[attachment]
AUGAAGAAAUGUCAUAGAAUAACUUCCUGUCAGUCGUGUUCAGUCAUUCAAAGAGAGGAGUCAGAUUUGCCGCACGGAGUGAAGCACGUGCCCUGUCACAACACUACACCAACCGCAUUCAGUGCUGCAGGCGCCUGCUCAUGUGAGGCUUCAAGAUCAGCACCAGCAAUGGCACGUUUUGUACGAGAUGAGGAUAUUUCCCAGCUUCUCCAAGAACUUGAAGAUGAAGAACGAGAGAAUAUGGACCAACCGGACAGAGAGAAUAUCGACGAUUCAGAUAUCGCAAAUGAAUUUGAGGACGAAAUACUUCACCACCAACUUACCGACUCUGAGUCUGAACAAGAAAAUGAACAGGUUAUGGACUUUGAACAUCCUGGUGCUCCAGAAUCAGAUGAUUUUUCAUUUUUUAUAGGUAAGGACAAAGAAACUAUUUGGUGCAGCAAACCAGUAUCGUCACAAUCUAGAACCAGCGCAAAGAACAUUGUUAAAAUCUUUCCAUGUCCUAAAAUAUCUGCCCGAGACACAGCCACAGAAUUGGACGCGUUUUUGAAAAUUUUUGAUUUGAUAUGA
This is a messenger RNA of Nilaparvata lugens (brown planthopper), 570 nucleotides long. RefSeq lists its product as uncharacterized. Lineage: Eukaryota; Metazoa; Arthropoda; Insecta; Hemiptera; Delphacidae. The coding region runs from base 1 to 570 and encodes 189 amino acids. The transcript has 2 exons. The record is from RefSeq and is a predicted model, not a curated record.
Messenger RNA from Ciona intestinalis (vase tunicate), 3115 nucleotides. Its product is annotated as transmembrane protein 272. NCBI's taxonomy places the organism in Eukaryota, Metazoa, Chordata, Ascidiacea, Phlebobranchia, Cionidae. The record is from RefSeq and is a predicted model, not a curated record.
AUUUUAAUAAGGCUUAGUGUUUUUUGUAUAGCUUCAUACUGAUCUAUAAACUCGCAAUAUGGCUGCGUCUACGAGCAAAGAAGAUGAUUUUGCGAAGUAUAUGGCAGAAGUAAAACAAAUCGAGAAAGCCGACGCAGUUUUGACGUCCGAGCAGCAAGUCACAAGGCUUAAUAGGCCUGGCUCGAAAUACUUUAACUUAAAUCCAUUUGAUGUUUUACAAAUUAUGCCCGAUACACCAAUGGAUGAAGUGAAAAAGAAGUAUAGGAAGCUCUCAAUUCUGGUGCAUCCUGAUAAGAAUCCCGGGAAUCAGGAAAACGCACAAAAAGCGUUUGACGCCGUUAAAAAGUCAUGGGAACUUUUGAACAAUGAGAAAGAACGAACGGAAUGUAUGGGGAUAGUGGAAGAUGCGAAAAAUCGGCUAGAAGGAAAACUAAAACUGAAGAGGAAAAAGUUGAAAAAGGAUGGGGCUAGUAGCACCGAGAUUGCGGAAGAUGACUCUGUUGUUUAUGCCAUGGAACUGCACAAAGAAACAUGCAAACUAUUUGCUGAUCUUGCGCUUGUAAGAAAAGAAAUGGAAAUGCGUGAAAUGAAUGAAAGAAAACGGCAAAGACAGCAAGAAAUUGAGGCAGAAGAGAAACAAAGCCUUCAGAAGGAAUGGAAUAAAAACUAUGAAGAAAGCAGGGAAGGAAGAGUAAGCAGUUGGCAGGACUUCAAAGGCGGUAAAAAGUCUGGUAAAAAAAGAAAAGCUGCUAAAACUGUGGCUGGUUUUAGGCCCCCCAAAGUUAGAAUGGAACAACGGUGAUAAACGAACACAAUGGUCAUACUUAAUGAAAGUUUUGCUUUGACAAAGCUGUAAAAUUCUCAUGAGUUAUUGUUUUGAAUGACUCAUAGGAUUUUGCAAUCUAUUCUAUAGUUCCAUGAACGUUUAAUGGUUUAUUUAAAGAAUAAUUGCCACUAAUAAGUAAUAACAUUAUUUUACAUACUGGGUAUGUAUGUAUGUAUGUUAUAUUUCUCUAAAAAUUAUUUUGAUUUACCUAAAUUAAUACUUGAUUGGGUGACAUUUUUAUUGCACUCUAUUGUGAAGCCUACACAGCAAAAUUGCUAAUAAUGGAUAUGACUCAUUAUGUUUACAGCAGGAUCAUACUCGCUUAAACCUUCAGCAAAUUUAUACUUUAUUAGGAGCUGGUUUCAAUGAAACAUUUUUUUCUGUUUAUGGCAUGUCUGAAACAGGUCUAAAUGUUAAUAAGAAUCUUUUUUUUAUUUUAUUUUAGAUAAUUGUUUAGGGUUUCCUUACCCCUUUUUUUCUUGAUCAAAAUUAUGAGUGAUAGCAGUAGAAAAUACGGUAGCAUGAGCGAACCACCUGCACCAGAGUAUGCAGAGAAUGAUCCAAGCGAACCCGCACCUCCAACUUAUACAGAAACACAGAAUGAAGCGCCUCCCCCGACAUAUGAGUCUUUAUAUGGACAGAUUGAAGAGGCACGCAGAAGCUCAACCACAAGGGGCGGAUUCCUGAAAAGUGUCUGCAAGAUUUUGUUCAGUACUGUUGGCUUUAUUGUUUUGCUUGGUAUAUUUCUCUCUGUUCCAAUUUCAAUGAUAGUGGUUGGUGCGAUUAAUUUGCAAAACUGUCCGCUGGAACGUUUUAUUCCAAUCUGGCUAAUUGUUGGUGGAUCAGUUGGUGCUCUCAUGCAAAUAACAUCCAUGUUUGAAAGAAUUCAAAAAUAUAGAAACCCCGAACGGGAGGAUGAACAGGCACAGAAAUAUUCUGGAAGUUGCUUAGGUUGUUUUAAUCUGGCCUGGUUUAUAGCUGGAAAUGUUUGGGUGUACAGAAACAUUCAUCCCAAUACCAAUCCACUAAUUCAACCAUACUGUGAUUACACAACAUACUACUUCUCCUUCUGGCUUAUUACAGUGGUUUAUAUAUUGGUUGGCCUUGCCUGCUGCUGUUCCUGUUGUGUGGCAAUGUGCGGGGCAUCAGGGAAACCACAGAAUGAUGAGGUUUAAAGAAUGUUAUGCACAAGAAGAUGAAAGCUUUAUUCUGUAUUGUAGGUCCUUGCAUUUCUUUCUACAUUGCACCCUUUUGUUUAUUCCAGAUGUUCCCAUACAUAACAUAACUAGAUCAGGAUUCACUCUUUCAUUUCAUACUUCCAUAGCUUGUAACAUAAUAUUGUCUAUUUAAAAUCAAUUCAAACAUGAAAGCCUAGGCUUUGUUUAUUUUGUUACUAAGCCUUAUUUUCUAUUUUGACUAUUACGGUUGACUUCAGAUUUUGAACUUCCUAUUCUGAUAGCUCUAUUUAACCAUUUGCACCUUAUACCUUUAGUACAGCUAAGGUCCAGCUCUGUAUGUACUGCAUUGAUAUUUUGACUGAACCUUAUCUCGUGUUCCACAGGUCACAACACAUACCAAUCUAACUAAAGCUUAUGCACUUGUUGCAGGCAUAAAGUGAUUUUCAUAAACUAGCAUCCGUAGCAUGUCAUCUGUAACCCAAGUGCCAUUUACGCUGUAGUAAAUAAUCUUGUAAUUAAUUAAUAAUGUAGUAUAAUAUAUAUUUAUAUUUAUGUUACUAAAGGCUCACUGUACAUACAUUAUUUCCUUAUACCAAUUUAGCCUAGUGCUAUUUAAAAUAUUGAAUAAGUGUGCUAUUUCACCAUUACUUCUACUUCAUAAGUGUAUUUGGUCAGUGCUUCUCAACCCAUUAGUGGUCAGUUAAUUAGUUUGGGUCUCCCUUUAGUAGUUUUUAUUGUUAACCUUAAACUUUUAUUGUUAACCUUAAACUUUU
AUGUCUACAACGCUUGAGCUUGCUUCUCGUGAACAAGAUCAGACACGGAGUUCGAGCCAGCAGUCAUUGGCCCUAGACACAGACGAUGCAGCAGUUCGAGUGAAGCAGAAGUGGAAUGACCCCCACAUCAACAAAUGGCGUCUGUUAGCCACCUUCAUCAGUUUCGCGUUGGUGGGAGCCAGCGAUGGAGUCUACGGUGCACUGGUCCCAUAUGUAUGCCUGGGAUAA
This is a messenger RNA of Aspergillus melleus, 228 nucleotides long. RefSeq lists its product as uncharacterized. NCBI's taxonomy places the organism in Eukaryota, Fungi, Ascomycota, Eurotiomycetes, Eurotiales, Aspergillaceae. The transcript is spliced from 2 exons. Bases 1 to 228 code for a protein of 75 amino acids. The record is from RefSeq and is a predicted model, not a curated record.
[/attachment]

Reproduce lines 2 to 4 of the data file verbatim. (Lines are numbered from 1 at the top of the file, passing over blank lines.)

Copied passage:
This is a messenger RNA of Nilaparvata lugens (brown planthopper), 570 nucleotides long. RefSeq lists its product as uncharacterized. Lineage: Eukaryota; Metazoa; Arthropoda; Insecta; Hemiptera; Delphacidae. The coding region runs from base 1 to 570 and encodes 189 amino acids. The transcript has 2 exons. The record is from RefSeq and is a predicted model, not a curated record.
Messenger RNA from Ciona intestinalis (vase tunicate), 3115 nucleotides. Its product is annotated as transmembrane protein 272. NCBI's taxonomy places the organism in Eukaryota, Metazoa, Chordata, Ascidiacea, Phlebobranchia, Cionidae. The record is from RefSeq and is a predicted model, not a curated record.
AUUUUAAUAAGGCUUAGUGUUUUUUGUAUAGCUUCAUACUGAUCUAUAAACUCGCAAUAUGGCUGCGUCUACGAGCAAAGAAGAUGAUUUUGCGAAGUAUAUGGCAGAAGUAAAACAAAUCGAGAAAGCCGACGCAGUUUUGACGUCCGAGCAGCAAGUCACAAGGCUUAAUAGGCCUGGCUCGAAAUACUUUAACUUAAAUCCAUUUGAUGUUUUACAAAUUAUGCCCGAUACACCAAUGGAUGAAGUGAAAAAGAAGUAUAGGAAGCUCUCAAUUCUGGUGCAUCCUGAUAAGAAUCCCGGGAAUCAGGAAAACGCACAAAAAGCGUUUGACGCCGUUAAAAAGUCAUGGGAACUUUUGAACAAUGAGAAAGAACGAACGGAAUGUAUGGGGAUAGUGGAAGAUGCGAAAAAUCGGCUAGAAGGAAAACUAAAACUGAAGAGGAAAAAGUUGAAAAAGGAUGGGGCUAGUAGCACCGAGAUUGCGGAAGAUGACUCUGUUGUUUAUGCCAUGGAACUGCACAAAGAAACAUGCAAACUAUUUGCUGAUCUUGCGCUUGUAAGAAAAGAAAUGGAAAUGCGUGAAAUGAAUGAAAGAAAACGGCAAAGACAGCAAGAAAUUGAGGCAGAAGAGAAACAAAGCCUUCAGAAGGAAUGGAAUAAAAACUAUGAAGAAAGCAGGGAAGGAAGAGUAAGCAGUUGGCAGGACUUCAAAGGCGGUAAAAAGUCUGGUAAAAAAAGAAAAGCUGCUAAAACUGUGGCUGGUUUUAGGCCCCCCAAAGUUAGAAUGGAACAACGGUGAUAAACGAACACAAUGGUCAUACUUAAUGAAAGUUUUGCUUUGACAAAGCUGUAAAAUUCUCAUGAGUUAUUGUUUUGAAUGACUCAUAGGAUUUUGCAAUCUAUUCUAUAGUUCCAUGAACGUUUAAUGGUUUAUUUAAAGAAUAAUUGCCACUAAUAAGUAAUAACAUUAUUUUACAUACUGGGUAUGUAUGUAUGUAUGUUAUAUUUCUCUAAAAAUUAUUUUGAUUUACCUAAAUUAAUACUUGAUUGGGUGACAUUUUUAUUGCACUCUAUUGUGAAGCCUACACAGCAAAAUUGCUAAUAAUGGAUAUGACUCAUUAUGUUUACAGCAGGAUCAUACUCGCUUAAACCUUCAGCAAAUUUAUACUUUAUUAGGAGCUGGUUUCAAUGAAACAUUUUUUUCUGUUUAUGGCAUGUCUGAAACAGGUCUAAAUGUUAAUAAGAAUCUUUUUUUUAUUUUAUUUUAGAUAAUUGUUUAGGGUUUCCUUACCCCUUUUUUUCUUGAUCAAAAUUAUGAGUGAUAGCAGUAGAAAAUACGGUAGCAUGAGCGAACCACCUGCACCAGAGUAUGCAGAGAAUGAUCCAAGCGAACCCGCACCUCCAACUUAUACAGAAACACAGAAUGAAGCGCCUCCCCCGACAUAUGAGUCUUUAUAUGGACAGAUUGAAGAGGCACGCAGAAGCUCAACCACAAGGGGCGGAUUCCUGAAAAGUGUCUGCAAGAUUUUGUUCAGUACUGUUGGCUUUAUUGUUUUGCUUGGUAUAUUUCUCUCUGUUCCAAUUUCAAUGAUAGUGGUUGGUGCGAUUAAUUUGCAAAACUGUCCGCUGGAACGUUUUAUUCCAAUCUGGCUAAUUGUUGGUGGAUCAGUUGGUGCUCUCAUGCAAAUAACAUCCAUGUUUGAAAGAAUUCAAAAAUAUAGAAACCCCGAACGGGAGGAUGAACAGGCACAGAAAUAUUCUGGAAGUUGCUUAGGUUGUUUUAAUCUGGCCUGGUUUAUAGCUGGAAAUGUUUGGGUGUACAGAAACAUUCAUCCCAAUACCAAUCCACUAAUUCAACCAUACUGUGAUUACACAACAUACUACUUCUCCUUCUGGCUUAUUACAGUGGUUUAUAUAUUGGUUGGCCUUGCCUGCUGCUGUUCCUGUUGUGUGGCAAUGUGCGGGGCAUCAGGGAAACCACAGAAUGAUGAGGUUUAAAGAAUGUUAUGCACAAGAAGAUGAAAGCUUUAUUCUGUAUUGUAGGUCCUUGCAUUUCUUUCUACAUUGCACCCUUUUGUUUAUUCCAGAUGUUCCCAUACAUAACAUAACUAGAUCAGGAUUCACUCUUUCAUUUCAUACUUCCAUAGCUUGUAACAUAAUAUUGUCUAUUUAAAAUCAAUUCAAACAUGAAAGCCUAGGCUUUGUUUAUUUUGUUACUAAGCCUUAUUUUCUAUUUUGACUAUUACGGUUGACUUCAGAUUUUGAACUUCCUAUUCUGAUAGCUCUAUUUAACCAUUUGCACCUUAUACCUUUAGUACAGCUAAGGUCCAGCUCUGUAUGUACUGCAUUGAUAUUUUGACUGAACCUUAUCUCGUGUUCCACAGGUCACAACACAUACCAAUCUAACUAAAGCUUAUGCACUUGUUGCAGGCAUAAAGUGAUUUUCAUAAACUAGCAUCCGUAGCAUGUCAUCUGUAACCCAAGUGCCAUUUACGCUGUAGUAAAUAAUCUUGUAAUUAAUUAAUAAUGUAGUAUAAUAUAUAUUUAUAUUUAUGUUACUAAAGGCUCACUGUACAUACAUUAUUUCCUUAUACCAAUUUAGCCUAGUGCUAUUUAAAAUAUUGAAUAAGUGUGCUAUUUCACCAUUACUUCUACUUCAUAAGUGUAUUUGGUCAGUGCUUCUCAACCCAUUAGUGGUCAGUUAAUUAGUUUGGGUCUCCCUUUAGUAGUUUUUAUUGUUAACCUUAAACUUUUAUUGUUAACCUUAAACUUUU